The Game 2 lineup came out and Giancarlo Stanton was not in it and that felt right for the player and these 2019 Yankees.
Game 2 leaked into extra innings and suddenly Aaron Hicks, last seen in a major league game on Aug. 3, was leading off the top of the 10th and CC Sabathia, last seen in a major league game on Sept. 24, was asked to get the first batter in the bottom half.
This too was the 2019 Yankees, a fire drill in search of a baseball team.
The Yankees have lived by the next-man-up credo, but even in a successful season the next man up sometimes falls down over and over again like Stanton. Or is being asked to shake off rust like Hicks and Sabathia. Or, as will be the case Tuesday night, will be Luis Severino, making his fifth start of an injury-clobbered 2019 and tasked with dueling Houston’s Gerrit Cole, currently the greatest pitcher in the world.
The Yankees left Houston with a valuable win, a dispiriting loss and familiar questions about who is available and at what level. Much of this centers around Stanton, who had his most impactful playoff game as a Yankee on Saturday and then did not play Sunday. Aaron Boone announced Stanton had a right quad strain and was available to hit if necessary.
But perhaps the more important pronouncement came from Reggie Jackson, a special Yankees advisor, who — unaware he was speaking on a live MLB Radio Network microphone — used a cursed-filled few sentences to wonder how a player who missed most of the season could be out again. Jackson would later explain he was making fun of the question and apologized to Stanton. Believe that if you want. Or believe Jackson, in an unfiltered moment, was representing the frustration — or worse — from inside the organization and among the fanbase about not being able to trust Stanton.
This is an issue that will hover over this player and the team not just for the rest of these playoffs, but for the final eight years of one of the most expensive contracts in the game. Alex Rodriguez was the focal point of anger in his Yankees days for a combination of large contract and personality and, before 2009, small postseasons. But his durability was never in question.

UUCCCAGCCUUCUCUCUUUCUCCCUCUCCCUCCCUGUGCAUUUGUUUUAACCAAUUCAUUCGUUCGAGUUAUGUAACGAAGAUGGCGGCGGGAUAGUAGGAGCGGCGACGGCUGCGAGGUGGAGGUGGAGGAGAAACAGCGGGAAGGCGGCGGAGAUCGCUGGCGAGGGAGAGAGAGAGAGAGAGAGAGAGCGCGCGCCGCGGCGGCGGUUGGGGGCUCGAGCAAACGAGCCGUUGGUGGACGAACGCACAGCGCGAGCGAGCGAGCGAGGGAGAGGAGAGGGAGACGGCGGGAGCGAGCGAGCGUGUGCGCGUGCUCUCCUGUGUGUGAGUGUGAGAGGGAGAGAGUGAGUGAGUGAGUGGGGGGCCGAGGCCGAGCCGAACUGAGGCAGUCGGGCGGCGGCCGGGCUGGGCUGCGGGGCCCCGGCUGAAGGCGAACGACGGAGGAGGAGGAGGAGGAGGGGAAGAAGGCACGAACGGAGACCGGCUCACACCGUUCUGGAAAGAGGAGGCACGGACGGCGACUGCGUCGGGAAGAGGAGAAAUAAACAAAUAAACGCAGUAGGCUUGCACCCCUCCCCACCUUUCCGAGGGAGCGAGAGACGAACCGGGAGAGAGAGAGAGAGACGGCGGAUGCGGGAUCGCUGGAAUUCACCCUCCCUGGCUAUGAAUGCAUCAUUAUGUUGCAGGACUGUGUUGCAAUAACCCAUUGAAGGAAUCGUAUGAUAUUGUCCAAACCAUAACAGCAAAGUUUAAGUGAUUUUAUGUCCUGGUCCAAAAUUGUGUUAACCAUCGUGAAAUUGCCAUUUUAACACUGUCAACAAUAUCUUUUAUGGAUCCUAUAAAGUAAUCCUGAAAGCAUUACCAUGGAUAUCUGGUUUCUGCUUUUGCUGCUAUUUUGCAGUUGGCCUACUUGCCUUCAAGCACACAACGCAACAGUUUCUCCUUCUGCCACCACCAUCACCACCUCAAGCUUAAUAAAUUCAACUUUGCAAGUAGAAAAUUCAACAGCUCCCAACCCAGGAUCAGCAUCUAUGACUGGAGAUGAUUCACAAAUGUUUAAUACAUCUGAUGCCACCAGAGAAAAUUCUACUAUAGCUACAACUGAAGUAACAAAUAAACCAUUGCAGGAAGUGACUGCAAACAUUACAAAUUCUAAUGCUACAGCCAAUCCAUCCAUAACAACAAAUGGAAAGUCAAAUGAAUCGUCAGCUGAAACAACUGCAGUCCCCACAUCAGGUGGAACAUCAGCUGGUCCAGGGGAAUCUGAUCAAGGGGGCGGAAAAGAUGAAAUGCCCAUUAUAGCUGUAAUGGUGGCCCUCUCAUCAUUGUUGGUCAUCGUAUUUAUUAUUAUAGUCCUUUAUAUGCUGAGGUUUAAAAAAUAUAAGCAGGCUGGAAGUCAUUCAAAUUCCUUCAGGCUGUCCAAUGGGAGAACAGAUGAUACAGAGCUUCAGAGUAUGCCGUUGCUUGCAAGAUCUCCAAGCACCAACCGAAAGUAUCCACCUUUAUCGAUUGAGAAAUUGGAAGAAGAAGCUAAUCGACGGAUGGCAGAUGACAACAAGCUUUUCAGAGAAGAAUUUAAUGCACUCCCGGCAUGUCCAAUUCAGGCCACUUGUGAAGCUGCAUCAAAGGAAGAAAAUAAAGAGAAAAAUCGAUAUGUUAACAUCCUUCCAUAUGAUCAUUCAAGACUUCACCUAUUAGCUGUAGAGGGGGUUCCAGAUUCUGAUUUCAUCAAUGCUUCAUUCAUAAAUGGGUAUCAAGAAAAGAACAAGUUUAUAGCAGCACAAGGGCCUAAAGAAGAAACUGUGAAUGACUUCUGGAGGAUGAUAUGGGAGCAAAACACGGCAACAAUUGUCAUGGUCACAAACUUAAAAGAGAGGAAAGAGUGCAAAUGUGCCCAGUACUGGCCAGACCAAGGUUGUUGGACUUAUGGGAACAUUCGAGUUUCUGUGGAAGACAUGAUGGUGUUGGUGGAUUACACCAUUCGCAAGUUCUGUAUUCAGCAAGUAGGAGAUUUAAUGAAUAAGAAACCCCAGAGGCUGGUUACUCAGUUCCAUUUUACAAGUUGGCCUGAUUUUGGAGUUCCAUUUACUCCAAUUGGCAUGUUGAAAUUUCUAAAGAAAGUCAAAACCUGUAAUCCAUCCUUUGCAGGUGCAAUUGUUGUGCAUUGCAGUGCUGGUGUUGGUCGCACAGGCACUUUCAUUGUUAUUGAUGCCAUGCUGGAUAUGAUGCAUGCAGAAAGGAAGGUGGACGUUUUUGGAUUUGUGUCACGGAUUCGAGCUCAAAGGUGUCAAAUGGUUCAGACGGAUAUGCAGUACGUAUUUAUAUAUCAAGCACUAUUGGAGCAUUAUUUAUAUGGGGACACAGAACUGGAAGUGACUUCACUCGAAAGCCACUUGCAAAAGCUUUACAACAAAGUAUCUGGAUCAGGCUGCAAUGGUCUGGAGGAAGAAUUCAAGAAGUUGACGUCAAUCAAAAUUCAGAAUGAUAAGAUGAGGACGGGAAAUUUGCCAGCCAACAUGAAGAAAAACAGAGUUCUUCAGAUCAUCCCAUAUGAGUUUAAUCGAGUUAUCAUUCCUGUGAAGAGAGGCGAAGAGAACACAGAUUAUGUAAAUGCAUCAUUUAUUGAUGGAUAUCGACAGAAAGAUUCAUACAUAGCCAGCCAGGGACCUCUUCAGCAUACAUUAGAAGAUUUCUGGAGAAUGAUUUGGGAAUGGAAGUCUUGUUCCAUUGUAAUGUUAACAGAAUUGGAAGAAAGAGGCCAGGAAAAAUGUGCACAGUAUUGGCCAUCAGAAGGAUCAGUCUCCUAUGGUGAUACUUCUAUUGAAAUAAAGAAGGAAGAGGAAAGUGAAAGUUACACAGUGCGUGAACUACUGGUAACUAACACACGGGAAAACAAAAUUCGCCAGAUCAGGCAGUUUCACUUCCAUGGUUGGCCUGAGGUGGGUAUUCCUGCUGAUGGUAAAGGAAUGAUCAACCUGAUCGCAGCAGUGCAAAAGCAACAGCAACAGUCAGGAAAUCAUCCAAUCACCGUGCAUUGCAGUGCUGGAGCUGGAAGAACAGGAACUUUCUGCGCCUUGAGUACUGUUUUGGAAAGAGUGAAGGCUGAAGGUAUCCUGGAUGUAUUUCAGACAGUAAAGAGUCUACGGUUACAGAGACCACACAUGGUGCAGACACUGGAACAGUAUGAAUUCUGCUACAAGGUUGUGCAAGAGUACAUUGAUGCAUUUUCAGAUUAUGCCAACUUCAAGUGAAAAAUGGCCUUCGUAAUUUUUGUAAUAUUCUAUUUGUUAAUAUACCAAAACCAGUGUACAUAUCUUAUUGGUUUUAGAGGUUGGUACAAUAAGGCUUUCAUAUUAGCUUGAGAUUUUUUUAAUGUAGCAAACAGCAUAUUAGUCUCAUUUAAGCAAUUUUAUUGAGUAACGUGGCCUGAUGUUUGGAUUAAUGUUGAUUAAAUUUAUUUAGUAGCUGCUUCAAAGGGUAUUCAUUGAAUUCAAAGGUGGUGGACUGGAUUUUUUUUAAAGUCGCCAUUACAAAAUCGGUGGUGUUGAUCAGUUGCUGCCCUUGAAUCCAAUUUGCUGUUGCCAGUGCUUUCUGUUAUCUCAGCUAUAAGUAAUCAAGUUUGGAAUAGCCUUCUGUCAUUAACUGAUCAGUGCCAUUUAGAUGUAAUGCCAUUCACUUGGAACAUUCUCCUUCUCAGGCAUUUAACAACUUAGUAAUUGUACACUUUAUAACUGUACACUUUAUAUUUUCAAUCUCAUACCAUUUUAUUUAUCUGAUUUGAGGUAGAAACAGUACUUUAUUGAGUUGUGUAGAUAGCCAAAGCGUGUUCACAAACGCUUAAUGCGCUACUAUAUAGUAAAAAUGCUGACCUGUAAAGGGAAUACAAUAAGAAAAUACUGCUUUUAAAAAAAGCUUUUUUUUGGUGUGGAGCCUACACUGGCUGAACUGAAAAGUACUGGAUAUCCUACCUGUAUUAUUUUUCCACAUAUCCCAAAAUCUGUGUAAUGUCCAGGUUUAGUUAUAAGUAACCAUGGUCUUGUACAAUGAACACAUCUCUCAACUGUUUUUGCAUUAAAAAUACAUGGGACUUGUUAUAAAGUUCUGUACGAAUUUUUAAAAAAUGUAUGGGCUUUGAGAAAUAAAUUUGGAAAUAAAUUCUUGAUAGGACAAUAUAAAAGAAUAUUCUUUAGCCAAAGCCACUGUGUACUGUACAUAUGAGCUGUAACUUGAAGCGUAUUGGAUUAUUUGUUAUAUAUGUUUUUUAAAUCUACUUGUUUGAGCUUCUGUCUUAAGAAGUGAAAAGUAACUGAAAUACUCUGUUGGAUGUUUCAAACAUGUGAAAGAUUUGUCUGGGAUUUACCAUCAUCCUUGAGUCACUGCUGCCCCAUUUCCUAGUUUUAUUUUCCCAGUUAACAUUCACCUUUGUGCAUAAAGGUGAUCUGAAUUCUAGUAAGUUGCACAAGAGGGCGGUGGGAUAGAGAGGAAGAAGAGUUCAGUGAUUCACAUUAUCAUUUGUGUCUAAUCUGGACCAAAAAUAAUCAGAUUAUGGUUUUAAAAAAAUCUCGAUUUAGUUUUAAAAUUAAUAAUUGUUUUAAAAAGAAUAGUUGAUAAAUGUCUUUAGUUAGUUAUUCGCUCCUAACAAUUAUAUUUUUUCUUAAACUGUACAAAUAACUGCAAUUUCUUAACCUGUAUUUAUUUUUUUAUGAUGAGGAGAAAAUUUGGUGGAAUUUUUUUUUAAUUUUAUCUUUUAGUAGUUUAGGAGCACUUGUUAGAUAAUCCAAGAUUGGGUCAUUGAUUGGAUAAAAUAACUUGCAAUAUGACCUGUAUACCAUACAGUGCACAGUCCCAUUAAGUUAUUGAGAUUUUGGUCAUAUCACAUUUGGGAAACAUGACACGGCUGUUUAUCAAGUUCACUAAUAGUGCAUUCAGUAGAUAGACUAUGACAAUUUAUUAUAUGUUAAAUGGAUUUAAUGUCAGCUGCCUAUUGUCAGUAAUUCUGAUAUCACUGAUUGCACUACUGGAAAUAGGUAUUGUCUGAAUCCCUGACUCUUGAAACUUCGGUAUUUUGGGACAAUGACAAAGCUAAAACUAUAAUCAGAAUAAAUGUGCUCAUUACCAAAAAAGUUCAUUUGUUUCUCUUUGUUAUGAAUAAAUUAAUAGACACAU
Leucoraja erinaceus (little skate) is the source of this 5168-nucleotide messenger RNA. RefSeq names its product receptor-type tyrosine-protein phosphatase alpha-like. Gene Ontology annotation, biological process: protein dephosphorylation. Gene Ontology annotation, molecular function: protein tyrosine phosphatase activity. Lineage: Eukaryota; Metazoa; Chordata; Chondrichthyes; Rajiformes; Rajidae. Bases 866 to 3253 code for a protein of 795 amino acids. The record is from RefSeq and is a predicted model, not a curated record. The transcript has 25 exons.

Stanton actually was mounting support by rehabbing late — but better than never — back into the lineup at a time when outfield injuries to Hicks and others were imperiling the vitality of the offense. In a 7-0 ALCS Game 1 triumph, Stanton had produced his most meaningful playoff moment yet when his sixth-inning homer off Zack Greinke gave the Yanks a 3-0 lead. That came after beating out an infield single in the second, which Boone explained was when the injury occurred.
The Yankees’ operating theory on facing the Astros, particularly Justin Verlander and Cole, is that the chances of stringing together hits for runs is limited, so between the domination of the co-aces, you better hunt mistakes and do damage. For example, Verlander overwhelmed Aaron Judge with a three-pitch strikeout in their first meeting Sunday. In their second faceoff, Judge crushed a two-run homer. That was the Yankees’ only scoring in a 3-2, 11-inning loss.
Might Stanton have had one big swing if in the lineup to change the outcome? Unanswerable. To open the 10th inning — if Stanton really was available to pinch-hit — Boone could have turned to him rather than Hicks. It was against the kind of side-winding righty in Joe Smith that gives Stanton fits (hitless in four career at-bats) and Hicks had homered in a past meeting against Smith. But Stanton has had good at-bats this postseason and Hicks last played in the majors the same day Marcus Stroman made the first of his 11 Mets starts. But there was not going to be a gimpy Kirk Gibson moment Sunday night for Stanton.
So what now for Stanton and the Yankees? Can he play the field Tuesday? If not, does Hicks start vs. Cole? Can Stanton hit? If so, should he DH because after two terrific games to open the playoffs vs. the Twins, Edwin Encarnacion is 0-for-12 with six strikeouts?
Is Severino capable of being an October ace and going zero for zero with Cole? The Yankees had a day off Monday. So that will just further motivate Boone to aggressive bullpen tactics. But one of his key relievers, Adam Ottavino, has been bad so far in October, the Yanks are likely to make Game 4 a full bullpen game (though there is rain in the Wednesday forecast that could change plans) and James Paxton’s short start plus extra innings Sunday meant 7 2/3 innings and 129 pitches for Yankees relievers.
Thus, quality length (even five good innings) from Severino would be invaluable. But, as with so much in 2019 with these Yankees, there is mystery of who is available and what their capabilities are. So far, the Yankees have overcome it all, found what didn’t kill them made the roster longer.
Does that carry them successfully to the finish line or does the next man up ultimately fall down?